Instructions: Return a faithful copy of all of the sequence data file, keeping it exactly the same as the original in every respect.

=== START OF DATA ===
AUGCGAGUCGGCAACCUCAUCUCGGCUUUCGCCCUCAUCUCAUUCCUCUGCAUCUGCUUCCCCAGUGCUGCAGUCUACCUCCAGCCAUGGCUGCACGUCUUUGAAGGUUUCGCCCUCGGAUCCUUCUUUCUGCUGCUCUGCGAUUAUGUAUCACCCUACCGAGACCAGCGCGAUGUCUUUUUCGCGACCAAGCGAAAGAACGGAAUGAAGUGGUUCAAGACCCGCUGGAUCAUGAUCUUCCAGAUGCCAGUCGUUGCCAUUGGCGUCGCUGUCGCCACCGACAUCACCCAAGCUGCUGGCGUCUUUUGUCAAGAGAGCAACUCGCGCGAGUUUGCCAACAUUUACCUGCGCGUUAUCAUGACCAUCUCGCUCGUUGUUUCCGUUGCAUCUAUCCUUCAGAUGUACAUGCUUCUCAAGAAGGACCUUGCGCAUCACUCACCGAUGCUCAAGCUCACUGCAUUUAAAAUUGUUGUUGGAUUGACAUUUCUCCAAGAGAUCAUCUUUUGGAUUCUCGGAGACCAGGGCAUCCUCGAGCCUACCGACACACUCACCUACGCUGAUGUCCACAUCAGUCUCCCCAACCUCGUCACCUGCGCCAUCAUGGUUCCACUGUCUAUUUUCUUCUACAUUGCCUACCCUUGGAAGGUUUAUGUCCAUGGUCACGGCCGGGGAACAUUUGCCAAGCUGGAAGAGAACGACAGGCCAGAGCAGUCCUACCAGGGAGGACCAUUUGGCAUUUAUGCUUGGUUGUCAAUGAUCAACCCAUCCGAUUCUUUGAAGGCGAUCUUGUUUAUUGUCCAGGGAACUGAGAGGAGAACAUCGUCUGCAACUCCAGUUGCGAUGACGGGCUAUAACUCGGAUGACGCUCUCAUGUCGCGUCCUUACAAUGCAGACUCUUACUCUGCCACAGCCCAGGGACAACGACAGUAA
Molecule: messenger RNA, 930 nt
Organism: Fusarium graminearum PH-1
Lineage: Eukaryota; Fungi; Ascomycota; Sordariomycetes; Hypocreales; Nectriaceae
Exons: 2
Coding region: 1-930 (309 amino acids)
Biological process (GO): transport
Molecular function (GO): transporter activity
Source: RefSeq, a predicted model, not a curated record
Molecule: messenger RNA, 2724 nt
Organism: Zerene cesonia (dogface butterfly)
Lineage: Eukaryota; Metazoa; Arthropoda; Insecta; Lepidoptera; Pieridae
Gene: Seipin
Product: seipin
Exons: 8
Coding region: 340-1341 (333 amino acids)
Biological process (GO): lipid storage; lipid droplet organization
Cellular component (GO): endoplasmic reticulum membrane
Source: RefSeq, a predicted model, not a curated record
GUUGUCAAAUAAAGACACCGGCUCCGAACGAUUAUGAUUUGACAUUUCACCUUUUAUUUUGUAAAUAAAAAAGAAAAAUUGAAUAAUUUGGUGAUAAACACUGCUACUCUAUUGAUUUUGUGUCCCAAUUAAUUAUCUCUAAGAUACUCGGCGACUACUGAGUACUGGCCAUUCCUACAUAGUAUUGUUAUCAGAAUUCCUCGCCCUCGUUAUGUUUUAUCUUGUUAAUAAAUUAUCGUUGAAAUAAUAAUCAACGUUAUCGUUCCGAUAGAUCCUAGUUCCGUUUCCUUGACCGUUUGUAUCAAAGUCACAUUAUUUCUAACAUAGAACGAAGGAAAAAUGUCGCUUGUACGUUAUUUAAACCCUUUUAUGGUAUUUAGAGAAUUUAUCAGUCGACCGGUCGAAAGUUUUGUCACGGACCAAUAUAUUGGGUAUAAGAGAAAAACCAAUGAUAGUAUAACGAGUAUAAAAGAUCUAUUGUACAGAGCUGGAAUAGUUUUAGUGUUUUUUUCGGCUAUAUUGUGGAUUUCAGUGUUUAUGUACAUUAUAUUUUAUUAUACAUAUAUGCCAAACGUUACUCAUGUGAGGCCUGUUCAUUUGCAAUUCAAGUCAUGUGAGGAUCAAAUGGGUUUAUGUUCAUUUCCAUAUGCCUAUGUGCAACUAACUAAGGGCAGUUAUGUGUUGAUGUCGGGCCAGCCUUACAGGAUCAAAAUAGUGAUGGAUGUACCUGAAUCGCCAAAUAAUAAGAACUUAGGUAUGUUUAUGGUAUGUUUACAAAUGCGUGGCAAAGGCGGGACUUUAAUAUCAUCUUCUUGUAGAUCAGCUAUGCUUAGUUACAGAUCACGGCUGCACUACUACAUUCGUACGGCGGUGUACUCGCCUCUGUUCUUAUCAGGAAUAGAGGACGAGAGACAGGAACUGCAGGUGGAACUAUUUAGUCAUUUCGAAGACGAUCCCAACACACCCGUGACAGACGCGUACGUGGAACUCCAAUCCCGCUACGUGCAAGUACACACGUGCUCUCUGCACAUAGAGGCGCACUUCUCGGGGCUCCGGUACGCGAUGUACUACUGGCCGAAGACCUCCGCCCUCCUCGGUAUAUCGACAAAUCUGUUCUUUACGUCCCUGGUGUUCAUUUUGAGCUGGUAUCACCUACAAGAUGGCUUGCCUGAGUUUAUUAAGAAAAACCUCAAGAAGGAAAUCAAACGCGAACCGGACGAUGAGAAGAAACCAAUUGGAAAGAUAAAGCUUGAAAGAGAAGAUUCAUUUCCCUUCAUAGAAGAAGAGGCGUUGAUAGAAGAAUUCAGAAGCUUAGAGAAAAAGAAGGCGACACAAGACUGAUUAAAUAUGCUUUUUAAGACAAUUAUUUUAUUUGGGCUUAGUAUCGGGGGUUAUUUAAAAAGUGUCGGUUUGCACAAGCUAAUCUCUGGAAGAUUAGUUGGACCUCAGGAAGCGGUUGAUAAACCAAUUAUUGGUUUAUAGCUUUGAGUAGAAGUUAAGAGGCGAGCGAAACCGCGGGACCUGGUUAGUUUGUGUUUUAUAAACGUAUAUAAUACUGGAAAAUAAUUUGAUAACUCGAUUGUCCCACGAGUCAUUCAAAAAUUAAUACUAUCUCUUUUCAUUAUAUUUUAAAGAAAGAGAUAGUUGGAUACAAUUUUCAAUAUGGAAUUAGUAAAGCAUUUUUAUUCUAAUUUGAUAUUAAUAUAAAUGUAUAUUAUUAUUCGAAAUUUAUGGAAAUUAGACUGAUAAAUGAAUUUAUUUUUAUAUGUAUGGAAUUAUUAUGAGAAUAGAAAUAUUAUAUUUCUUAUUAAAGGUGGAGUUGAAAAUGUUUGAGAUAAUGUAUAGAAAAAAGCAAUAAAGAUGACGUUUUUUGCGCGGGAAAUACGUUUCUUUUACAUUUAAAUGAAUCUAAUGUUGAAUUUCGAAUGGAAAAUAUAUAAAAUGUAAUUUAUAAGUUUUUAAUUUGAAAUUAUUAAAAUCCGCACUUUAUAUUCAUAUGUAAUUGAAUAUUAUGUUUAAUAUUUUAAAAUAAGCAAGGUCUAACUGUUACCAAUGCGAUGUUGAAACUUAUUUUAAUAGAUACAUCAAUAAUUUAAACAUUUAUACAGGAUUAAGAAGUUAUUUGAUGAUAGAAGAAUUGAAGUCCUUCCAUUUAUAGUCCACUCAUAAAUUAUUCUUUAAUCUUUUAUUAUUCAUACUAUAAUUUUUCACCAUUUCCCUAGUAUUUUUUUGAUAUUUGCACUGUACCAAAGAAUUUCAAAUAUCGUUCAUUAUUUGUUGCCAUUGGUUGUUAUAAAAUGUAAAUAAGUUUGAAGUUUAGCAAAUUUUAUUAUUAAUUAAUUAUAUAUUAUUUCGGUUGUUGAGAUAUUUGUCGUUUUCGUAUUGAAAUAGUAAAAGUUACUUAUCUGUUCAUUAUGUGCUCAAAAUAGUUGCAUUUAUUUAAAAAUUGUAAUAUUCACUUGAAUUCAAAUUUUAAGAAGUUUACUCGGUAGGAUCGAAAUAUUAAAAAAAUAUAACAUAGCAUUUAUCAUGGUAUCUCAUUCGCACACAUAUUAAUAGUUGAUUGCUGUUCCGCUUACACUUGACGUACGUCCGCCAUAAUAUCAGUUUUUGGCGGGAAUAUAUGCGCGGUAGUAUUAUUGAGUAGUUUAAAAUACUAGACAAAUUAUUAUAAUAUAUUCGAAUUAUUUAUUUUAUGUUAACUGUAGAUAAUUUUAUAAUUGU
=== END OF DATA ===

AUGCGAGUCGGCAACCUCAUCUCGGCUUUCGCCCUCAUCUCAUUCCUCUGCAUCUGCUUCCCCAGUGCUGCAGUCUACCUCCAGCCAUGGCUGCACGUCUUUGAAGGUUUCGCCCUCGGAUCCUUCUUUCUGCUGCUCUGCGAUUAUGUAUCACCCUACCGAGACCAGCGCGAUGUCUUUUUCGCGACCAAGCGAAAGAACGGAAUGAAGUGGUUCAAGACCCGCUGGAUCAUGAUCUUCCAGAUGCCAGUCGUUGCCAUUGGCGUCGCUGUCGCCACCGACAUCACCCAAGCUGCUGGCGUCUUUUGUCAAGAGAGCAACUCGCGCGAGUUUGCCAACAUUUACCUGCGCGUUAUCAUGACCAUCUCGCUCGUUGUUUCCGUUGCAUCUAUCCUUCAGAUGUACAUGCUUCUCAAGAAGGACCUUGCGCAUCACUCACCGAUGCUCAAGCUCACUGCAUUUAAAAUUGUUGUUGGAUUGACAUUUCUCCAAGAGAUCAUCUUUUGGAUUCUCGGAGACCAGGGCAUCCUCGAGCCUACCGACACACUCACCUACGCUGAUGUCCACAUCAGUCUCCCCAACCUCGUCACCUGCGCCAUCAUGGUUCCACUGUCUAUUUUCUUCUACAUUGCCUACCCUUGGAAGGUUUAUGUCCAUGGUCACGGCCGGGGAACAUUUGCCAAGCUGGAAGAGAACGACAGGCCAGAGCAGUCCUACCAGGGAGGACCAUUUGGCAUUUAUGCUUGGUUGUCAAUGAUCAACCCAUCCGAUUCUUUGAAGGCGAUCUUGUUUAUUGUCCAGGGAACUGAGAGGAGAACAUCGUCUGCAACUCCAGUUGCGAUGACGGGCUAUAACUCGGAUGACGCUCUCAUGUCGCGUCCUUACAAUGCAGACUCUUACUCUGCCACAGCCCAGGGACAACGACAGUAA
Molecule: messenger RNA, 930 nt
Organism: Fusarium graminearum PH-1
Lineage: Eukaryota; Fungi; Ascomycota; Sordariomycetes; Hypocreales; Nectriaceae
Exons: 2
Coding region: 1-930 (309 amino acids)
Biological process (GO): transport
Molecular function (GO): transporter activity
Source: RefSeq, a predicted model, not a curated record
Molecule: messenger RNA, 2724 nt
Organism: Zerene cesonia (dogface butterfly)
Lineage: Eukaryota; Metazoa; Arthropoda; Insecta; Lepidoptera; Pieridae
Gene: Seipin
Product: seipin
Exons: 8
Coding region: 340-1341 (333 amino acids)
Biological process (GO): lipid storage; lipid droplet organization
Cellular component (GO): endoplasmic reticulum membrane
Source: RefSeq, a predicted model, not a curated record
GUUGUCAAAUAAAGACACCGGCUCCGAACGAUUAUGAUUUGACAUUUCACCUUUUAUUUUGUAAAUAAAAAAGAAAAAUUGAAUAAUUUGGUGAUAAACACUGCUACUCUAUUGAUUUUGUGUCCCAAUUAAUUAUCUCUAAGAUACUCGGCGACUACUGAGUACUGGCCAUUCCUACAUAGUAUUGUUAUCAGAAUUCCUCGCCCUCGUUAUGUUUUAUCUUGUUAAUAAAUUAUCGUUGAAAUAAUAAUCAACGUUAUCGUUCCGAUAGAUCCUAGUUCCGUUUCCUUGACCGUUUGUAUCAAAGUCACAUUAUUUCUAACAUAGAACGAAGGAAAAAUGUCGCUUGUACGUUAUUUAAACCCUUUUAUGGUAUUUAGAGAAUUUAUCAGUCGACCGGUCGAAAGUUUUGUCACGGACCAAUAUAUUGGGUAUAAGAGAAAAACCAAUGAUAGUAUAACGAGUAUAAAAGAUCUAUUGUACAGAGCUGGAAUAGUUUUAGUGUUUUUUUCGGCUAUAUUGUGGAUUUCAGUGUUUAUGUACAUUAUAUUUUAUUAUACAUAUAUGCCAAACGUUACUCAUGUGAGGCCUGUUCAUUUGCAAUUCAAGUCAUGUGAGGAUCAAAUGGGUUUAUGUUCAUUUCCAUAUGCCUAUGUGCAACUAACUAAGGGCAGUUAUGUGUUGAUGUCGGGCCAGCCUUACAGGAUCAAAAUAGUGAUGGAUGUACCUGAAUCGCCAAAUAAUAAGAACUUAGGUAUGUUUAUGGUAUGUUUACAAAUGCGUGGCAAAGGCGGGACUUUAAUAUCAUCUUCUUGUAGAUCAGCUAUGCUUAGUUACAGAUCACGGCUGCACUACUACAUUCGUACGGCGGUGUACUCGCCUCUGUUCUUAUCAGGAAUAGAGGACGAGAGACAGGAACUGCAGGUGGAACUAUUUAGUCAUUUCGAAGACGAUCCCAACACACCCGUGACAGACGCGUACGUGGAACUCCAAUCCCGCUACGUGCAAGUACACACGUGCUCUCUGCACAUAGAGGCGCACUUCUCGGGGCUCCGGUACGCGAUGUACUACUGGCCGAAGACCUCCGCCCUCCUCGGUAUAUCGACAAAUCUGUUCUUUACGUCCCUGGUGUUCAUUUUGAGCUGGUAUCACCUACAAGAUGGCUUGCCUGAGUUUAUUAAGAAAAACCUCAAGAAGGAAAUCAAACGCGAACCGGACGAUGAGAAGAAACCAAUUGGAAAGAUAAAGCUUGAAAGAGAAGAUUCAUUUCCCUUCAUAGAAGAAGAGGCGUUGAUAGAAGAAUUCAGAAGCUUAGAGAAAAAGAAGGCGACACAAGACUGAUUAAAUAUGCUUUUUAAGACAAUUAUUUUAUUUGGGCUUAGUAUCGGGGGUUAUUUAAAAAGUGUCGGUUUGCACAAGCUAAUCUCUGGAAGAUUAGUUGGACCUCAGGAAGCGGUUGAUAAACCAAUUAUUGGUUUAUAGCUUUGAGUAGAAGUUAAGAGGCGAGCGAAACCGCGGGACCUGGUUAGUUUGUGUUUUAUAAACGUAUAUAAUACUGGAAAAUAAUUUGAUAACUCGAUUGUCCCACGAGUCAUUCAAAAAUUAAUACUAUCUCUUUUCAUUAUAUUUUAAAGAAAGAGAUAGUUGGAUACAAUUUUCAAUAUGGAAUUAGUAAAGCAUUUUUAUUCUAAUUUGAUAUUAAUAUAAAUGUAUAUUAUUAUUCGAAAUUUAUGGAAAUUAGACUGAUAAAUGAAUUUAUUUUUAUAUGUAUGGAAUUAUUAUGAGAAUAGAAAUAUUAUAUUUCUUAUUAAAGGUGGAGUUGAAAAUGUUUGAGAUAAUGUAUAGAAAAAAGCAAUAAAGAUGACGUUUUUUGCGCGGGAAAUACGUUUCUUUUACAUUUAAAUGAAUCUAAUGUUGAAUUUCGAAUGGAAAAUAUAUAAAAUGUAAUUUAUAAGUUUUUAAUUUGAAAUUAUUAAAAUCCGCACUUUAUAUUCAUAUGUAAUUGAAUAUUAUGUUUAAUAUUUUAAAAUAAGCAAGGUCUAACUGUUACCAAUGCGAUGUUGAAACUUAUUUUAAUAGAUACAUCAAUAAUUUAAACAUUUAUACAGGAUUAAGAAGUUAUUUGAUGAUAGAAGAAUUGAAGUCCUUCCAUUUAUAGUCCACUCAUAAAUUAUUCUUUAAUCUUUUAUUAUUCAUACUAUAAUUUUUCACCAUUUCCCUAGUAUUUUUUUGAUAUUUGCACUGUACCAAAGAAUUUCAAAUAUCGUUCAUUAUUUGUUGCCAUUGGUUGUUAUAAAAUGUAAAUAAGUUUGAAGUUUAGCAAAUUUUAUUAUUAAUUAAUUAUAUAUUAUUUCGGUUGUUGAGAUAUUUGUCGUUUUCGUAUUGAAAUAGUAAAAGUUACUUAUCUGUUCAUUAUGUGCUCAAAAUAGUUGCAUUUAUUUAAAAAUUGUAAUAUUCACUUGAAUUCAAAUUUUAAGAAGUUUACUCGGUAGGAUCGAAAUAUUAAAAAAAUAUAACAUAGCAUUUAUCAUGGUAUCUCAUUCGCACACAUAUUAAUAGUUGAUUGCUGUUCCGCUUACACUUGACGUACGUCCGCCAUAAUAUCAGUUUUUGGCGGGAAUAUAUGCGCGGUAGUAUUAUUGAGUAGUUUAAAAUACUAGACAAAUUAUUAUAAUAUAUUCGAAUUAUUUAUUUUAUGUUAACUGUAGAUAAUUUUAUAAUUGU